International insurance companies have set a deadline for Nepal to clamp down on fraudulent helicopter rescues of tourists or they will stop providing cover.
An AFP investigation earlier this year revealed a lucrative insurance racket around pressuring hikers in the Himalayas into unnecessary rescues. The fraud became so acute that Nepal’s government, which relies heavily on tourism, launched a probe in June in a bid to keep insurers from pulling out altogether. AFP has since learned an alliance of insurers from Britain, Australia and New Zealand have warned they will stop providing cover unless concrete action is taken.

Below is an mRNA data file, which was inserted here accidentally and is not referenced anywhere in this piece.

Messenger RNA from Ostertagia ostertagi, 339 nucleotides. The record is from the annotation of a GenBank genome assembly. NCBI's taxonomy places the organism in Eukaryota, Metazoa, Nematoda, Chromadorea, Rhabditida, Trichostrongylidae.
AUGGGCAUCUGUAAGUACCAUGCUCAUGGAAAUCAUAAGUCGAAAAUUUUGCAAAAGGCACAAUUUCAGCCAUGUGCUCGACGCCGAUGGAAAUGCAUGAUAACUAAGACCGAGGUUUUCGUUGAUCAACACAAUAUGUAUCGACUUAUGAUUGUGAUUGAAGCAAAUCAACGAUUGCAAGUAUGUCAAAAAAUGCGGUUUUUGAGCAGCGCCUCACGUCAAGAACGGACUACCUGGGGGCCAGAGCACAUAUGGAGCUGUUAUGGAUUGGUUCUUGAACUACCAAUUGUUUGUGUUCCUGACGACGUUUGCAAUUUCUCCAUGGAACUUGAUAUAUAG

The scam has become such a money-maker that some budget tour operators are luring customers by selling treks at below cost price—knowing they can make profit on kickbacks when the tourists are evacuated.
Insurers have demanded all helicopter rescues are pre-approved and capped at $4,000 per flight. They also want an inquiry into tourism companies over forged documents.
The tourism ministry probe launched in June found there had been more than 1,300 helicopter rescues in the first five months of the year, costing insurers over $6.5 million. Insiders warn that the probe has only revealed the tip of the iceberg, amid allegations that some businesses pressured the ministry to look the other way.